\hˈɪpnətˌɪzəm], \hˈɪpnətˌɪzəm], \h_ˈɪ_p_n_ə_t_ˌɪ_z_ə_m]\
Definitions of HYPNOTISM
- 1920 - A practical medical dictionary.
- 1898 - Warner's pocket medical dictionary of today.
- 1899 - The american dictionary of the english language.
- 1919 - The Concise Standard Dictionary of the English Language
- 1914 - Nuttall's Standard dictionary of the English language
- 1846 - Medical lexicon: a dictionary of medical science
- 1898 - American pocket medical dictionary
- 1916 - Appleton's medical dictionary
- 1871 - The Cabinet Dictionary of the English Language
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By Stedman, Thomas Lathrop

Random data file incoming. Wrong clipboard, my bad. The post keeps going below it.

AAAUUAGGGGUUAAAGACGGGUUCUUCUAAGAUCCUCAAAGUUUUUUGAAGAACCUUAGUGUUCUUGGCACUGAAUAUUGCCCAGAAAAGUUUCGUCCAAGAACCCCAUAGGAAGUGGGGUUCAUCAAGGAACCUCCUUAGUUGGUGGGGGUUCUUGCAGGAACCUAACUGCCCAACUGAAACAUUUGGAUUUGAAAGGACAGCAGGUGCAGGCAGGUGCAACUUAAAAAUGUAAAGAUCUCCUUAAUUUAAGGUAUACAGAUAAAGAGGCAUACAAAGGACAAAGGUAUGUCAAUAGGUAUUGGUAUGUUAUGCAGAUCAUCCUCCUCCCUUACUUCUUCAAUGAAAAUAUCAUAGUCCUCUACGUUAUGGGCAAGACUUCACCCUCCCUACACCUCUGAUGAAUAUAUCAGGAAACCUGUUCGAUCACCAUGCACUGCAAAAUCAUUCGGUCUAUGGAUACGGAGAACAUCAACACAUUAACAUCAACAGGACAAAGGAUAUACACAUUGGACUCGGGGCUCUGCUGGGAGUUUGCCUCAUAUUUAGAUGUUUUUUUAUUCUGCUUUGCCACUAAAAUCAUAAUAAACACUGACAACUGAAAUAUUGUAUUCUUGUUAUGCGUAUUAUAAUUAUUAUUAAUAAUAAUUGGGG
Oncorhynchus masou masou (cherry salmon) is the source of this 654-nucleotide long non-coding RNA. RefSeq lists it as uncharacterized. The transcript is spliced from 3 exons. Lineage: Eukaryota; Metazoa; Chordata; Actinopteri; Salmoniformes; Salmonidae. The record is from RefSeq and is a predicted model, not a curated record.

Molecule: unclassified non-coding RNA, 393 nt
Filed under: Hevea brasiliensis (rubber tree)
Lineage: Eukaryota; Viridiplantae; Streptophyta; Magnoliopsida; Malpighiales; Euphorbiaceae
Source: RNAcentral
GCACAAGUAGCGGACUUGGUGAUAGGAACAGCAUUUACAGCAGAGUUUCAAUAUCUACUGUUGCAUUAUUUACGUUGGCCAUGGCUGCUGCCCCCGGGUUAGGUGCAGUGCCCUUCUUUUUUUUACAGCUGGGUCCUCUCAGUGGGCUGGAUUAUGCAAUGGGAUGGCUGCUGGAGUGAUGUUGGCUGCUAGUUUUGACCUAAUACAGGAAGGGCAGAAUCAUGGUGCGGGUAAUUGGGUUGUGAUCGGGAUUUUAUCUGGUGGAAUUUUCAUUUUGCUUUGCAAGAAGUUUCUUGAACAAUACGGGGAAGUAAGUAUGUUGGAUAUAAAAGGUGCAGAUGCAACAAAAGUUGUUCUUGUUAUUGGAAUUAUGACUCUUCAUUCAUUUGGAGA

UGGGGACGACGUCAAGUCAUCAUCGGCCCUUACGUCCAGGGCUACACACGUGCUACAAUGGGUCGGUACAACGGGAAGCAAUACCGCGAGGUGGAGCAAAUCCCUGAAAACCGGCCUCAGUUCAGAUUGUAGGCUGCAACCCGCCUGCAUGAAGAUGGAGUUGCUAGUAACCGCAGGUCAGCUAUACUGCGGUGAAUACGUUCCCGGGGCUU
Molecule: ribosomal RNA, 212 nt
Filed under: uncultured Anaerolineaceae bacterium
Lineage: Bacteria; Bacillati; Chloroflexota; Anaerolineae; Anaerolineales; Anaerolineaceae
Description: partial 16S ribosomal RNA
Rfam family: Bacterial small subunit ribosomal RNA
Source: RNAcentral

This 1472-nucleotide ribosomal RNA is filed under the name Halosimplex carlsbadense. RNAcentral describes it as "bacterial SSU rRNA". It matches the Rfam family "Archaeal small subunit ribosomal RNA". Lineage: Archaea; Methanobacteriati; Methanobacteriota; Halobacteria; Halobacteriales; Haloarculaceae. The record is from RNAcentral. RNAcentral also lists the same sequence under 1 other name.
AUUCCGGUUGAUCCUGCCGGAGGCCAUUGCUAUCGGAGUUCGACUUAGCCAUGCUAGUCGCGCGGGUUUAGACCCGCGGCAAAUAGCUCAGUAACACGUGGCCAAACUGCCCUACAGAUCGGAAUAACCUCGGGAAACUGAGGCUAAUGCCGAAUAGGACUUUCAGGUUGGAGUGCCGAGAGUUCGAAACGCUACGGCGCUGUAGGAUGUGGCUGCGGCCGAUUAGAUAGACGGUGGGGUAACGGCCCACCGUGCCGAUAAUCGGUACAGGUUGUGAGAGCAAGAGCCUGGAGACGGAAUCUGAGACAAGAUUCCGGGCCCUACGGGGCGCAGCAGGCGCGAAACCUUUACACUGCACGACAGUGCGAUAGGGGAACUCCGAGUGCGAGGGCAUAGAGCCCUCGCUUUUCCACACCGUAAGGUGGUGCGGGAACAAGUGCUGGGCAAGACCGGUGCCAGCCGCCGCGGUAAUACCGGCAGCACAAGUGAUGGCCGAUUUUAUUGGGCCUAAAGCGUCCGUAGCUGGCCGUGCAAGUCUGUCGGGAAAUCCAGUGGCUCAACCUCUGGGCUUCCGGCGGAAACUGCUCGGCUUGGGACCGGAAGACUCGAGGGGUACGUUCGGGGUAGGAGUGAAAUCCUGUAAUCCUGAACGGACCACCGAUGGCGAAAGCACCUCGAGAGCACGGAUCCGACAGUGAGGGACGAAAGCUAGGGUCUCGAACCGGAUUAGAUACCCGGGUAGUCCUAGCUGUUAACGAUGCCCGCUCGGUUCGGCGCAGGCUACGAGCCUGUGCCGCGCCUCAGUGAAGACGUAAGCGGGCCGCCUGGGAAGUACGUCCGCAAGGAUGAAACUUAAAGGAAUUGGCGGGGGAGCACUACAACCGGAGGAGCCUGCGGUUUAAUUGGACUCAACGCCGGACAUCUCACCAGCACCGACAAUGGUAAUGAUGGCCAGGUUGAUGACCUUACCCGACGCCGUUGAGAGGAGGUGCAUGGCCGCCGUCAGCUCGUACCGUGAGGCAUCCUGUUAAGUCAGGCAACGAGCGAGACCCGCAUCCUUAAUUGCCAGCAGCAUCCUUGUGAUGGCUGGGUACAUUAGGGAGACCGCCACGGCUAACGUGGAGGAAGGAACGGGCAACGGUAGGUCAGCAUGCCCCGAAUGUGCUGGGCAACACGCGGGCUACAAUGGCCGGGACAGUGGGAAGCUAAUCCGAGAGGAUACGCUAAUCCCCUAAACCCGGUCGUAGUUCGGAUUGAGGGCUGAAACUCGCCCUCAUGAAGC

By William R. Warner
By Daniel Lyons
By James Champlin Fernald
By Nuttall, P.Austin.
By Willam Alexander Newman Dorland
An abnormal state into which some persons may be thrown, either by a voluntary act of their own, such as gazing continuously and with fixed attention on some small bright object held close to the eyes, or by the exercise of another person's will; characterized by suspension of the will and consequent obedience to the promptings of "suggestions" from without. Perfect insensibility to pain may be induced by hypnotism, and it has been used as an anesthetic. [Lat.]
By Smith Ely Jelliffe
Word of the day
- perennial woodland herbs waterleaf plant family of the order Solanales, subclass Asteridae, class Magnoliopsida. They have alternate leaves, regular flowers with five-lobed corollas (united petals), and a one- or two-celled ovary.